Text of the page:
August 15, 2012

Playback: Nicholas Philibert's 'Etre et Avoir'

From Nicholas Philibert's <em>To Be and to Have</em>. Courtesy of New Yorker Films

One year into making my first documentary, Clear Cut: The Story of Philomath, Oregon, I lost everything. Not in the literal sense; I still had a roof over my head and food to eat. But I lost the film. A catastrophic hard-drive failure wiped out most of my project files- files that I thought were automatically backed up by my computer, but weren't.

I believe a part of me, subconsciously, knew that I wasn't backing up the project files. Part of me yearned to sabotage the film, to see it end so that I could go back to narrative filmmaking.

My first foray into feature documentary had not been easy. The hardest part was the realization that, in the end, I wasn't in control; the world was-whether in the literal sense of being in the right place at the right time to get the shot that I needed, or in the technological sense of an ill-timed equipment failure. This was a painful realization, especially after spending four years in film school primarily making narratives, where I was in control of everything. The hard-drive crash was a turning point: I either needed to give myself up to this process or move on to a different line of work. So I surrendered to documentary, and spent the next year re-editing the film, trying to make it the best I possibly could.

When I first saw Être et Avoir (To Be and to Have), I realized the transformative power the documentary form promises if we can only match our craft with trust, patience and perseverance. The film draws us into its magical world if we permit it, if we don't expect something of it, but allow it to unfold for us. And that's only possible because the filmmaker, Nicholas Philibert, trusted a moment, an individual and a place to give him what was needed in order to tell this story.

From Nicholas Philibert's <em>To Be and to Have</em>. Courtesy of New Yorker Films

Which isn't to say there is not a great deal of intention, labor and craft in Être et Avoir. The film is carefully, elegantly, invisibly constructed. It does not simply witness; it reveals. There is form and thought behind every frame, edit and action. Yet the film shows what can happen in front of the lens if we are patient enough to stop worrying about a cutaway or a reaction shot, and simply wait.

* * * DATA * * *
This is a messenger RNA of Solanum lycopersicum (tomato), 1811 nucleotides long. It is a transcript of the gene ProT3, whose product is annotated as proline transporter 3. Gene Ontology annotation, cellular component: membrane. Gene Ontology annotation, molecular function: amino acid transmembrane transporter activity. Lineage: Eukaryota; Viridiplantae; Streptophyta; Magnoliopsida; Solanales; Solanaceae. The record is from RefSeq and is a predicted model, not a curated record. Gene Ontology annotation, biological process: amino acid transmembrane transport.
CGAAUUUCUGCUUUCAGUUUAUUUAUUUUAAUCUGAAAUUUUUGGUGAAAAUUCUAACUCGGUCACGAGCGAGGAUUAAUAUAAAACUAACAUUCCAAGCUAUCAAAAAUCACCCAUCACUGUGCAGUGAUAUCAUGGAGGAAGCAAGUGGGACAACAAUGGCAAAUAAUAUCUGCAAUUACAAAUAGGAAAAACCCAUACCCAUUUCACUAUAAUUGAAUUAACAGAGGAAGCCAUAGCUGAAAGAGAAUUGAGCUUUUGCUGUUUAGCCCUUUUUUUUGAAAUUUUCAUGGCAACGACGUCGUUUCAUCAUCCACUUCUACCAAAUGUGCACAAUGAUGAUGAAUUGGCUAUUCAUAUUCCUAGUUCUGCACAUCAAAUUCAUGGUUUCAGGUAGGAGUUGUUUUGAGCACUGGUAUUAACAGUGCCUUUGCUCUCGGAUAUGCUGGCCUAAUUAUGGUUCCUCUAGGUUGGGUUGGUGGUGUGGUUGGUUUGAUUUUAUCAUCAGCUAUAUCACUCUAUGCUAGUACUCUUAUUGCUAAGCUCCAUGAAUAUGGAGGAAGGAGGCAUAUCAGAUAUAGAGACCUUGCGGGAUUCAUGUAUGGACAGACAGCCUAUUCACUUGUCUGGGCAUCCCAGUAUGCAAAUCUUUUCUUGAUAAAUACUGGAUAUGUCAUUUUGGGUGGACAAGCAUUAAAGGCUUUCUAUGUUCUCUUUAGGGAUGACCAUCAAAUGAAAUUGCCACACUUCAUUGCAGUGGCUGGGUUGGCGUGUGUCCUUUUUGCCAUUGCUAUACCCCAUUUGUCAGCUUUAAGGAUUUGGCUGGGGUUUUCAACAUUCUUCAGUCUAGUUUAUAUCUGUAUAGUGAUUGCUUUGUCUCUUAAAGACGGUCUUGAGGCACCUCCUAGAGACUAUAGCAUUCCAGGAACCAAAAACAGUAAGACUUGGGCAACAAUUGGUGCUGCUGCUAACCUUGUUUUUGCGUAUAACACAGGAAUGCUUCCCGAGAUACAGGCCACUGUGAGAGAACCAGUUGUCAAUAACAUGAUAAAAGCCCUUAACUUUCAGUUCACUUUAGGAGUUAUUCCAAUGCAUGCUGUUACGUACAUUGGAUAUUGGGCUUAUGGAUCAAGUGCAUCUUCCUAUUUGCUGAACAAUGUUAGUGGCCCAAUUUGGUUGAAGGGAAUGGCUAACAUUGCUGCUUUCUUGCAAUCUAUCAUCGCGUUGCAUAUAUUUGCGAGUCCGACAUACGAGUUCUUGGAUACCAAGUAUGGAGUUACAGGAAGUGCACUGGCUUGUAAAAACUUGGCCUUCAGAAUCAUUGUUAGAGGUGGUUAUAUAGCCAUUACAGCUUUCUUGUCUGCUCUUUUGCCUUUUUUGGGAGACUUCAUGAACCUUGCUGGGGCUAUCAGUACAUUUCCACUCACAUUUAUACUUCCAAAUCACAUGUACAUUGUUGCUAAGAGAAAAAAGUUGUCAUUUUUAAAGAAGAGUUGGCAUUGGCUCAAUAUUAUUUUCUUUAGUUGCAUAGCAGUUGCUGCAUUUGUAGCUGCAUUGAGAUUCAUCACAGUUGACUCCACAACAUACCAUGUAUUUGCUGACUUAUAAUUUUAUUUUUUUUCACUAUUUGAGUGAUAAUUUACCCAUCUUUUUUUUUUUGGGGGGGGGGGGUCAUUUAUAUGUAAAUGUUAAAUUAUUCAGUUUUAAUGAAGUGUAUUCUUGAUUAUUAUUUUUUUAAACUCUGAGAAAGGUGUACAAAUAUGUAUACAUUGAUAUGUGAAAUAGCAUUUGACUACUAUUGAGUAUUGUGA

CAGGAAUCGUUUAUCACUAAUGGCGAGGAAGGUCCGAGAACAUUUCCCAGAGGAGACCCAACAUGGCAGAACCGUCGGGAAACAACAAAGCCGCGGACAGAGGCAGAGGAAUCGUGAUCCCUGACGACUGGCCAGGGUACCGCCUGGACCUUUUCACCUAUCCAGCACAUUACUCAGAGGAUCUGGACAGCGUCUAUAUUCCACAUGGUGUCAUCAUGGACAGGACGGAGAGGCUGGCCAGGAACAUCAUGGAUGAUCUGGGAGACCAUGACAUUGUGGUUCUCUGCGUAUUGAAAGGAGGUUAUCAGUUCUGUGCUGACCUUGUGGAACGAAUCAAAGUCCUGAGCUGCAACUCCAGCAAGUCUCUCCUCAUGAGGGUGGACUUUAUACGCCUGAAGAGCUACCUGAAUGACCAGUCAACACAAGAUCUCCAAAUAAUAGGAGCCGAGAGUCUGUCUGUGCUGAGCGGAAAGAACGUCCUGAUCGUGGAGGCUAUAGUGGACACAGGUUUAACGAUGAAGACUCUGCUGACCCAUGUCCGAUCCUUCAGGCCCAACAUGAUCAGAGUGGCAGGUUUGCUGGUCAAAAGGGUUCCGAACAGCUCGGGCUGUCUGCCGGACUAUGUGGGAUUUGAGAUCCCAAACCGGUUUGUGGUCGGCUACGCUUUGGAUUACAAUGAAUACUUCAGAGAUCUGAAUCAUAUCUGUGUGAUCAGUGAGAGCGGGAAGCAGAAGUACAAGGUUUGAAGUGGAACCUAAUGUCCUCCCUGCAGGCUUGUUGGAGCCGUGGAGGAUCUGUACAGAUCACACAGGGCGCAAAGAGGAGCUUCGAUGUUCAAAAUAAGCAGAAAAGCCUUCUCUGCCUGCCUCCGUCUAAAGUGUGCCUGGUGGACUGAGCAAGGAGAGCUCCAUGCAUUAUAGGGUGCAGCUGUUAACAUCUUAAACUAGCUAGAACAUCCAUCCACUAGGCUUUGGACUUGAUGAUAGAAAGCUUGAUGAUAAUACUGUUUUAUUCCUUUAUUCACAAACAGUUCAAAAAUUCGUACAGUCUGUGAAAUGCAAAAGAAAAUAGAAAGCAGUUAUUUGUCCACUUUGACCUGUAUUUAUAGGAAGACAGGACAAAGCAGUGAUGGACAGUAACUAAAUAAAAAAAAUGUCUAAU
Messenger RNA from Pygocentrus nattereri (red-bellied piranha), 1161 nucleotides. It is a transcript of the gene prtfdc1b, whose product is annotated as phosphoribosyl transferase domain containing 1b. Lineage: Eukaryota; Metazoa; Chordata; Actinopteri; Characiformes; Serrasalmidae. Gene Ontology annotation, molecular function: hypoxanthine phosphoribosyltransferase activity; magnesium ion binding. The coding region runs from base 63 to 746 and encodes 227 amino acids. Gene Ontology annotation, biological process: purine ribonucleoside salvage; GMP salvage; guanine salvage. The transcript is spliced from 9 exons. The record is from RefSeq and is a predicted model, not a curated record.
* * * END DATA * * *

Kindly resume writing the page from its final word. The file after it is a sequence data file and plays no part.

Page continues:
In small, telling moments Être et Avoir offers the viewer an entirely different way of seeing the world. The film almost seems to view the children the same way it does the animals (mostly cows) in this region of France-as equal beings inhabiting this earth, admirable in their respective eccentricities and absurdities, but also in the beauty in their manners, relationships, culture and ways of being.

Être et Avoir is a film not so much about a subject, but about a way of looking at the world. It suggests the possibility of documentary if we are quiet and we listen, if we look upon the world with wonder and trust, if we give ourselves up to the process and let the world tell us what it wants to be-and what it is.

Être et Avoir is available through New Yorker Films.

 

Peter D. Richardson is the director and producer of How to Die in Oregon, which won the Grand Jury Prize for Best Documentary at the 2011 Sundance Film Festival and received an IDA Award nomination for Best Feature. His first documentary, Clear Cut: The Story of Philomath, Oregon, played Sundance in 2006 and was recently re-released through the Sundance Artist Services online distribution initiative.

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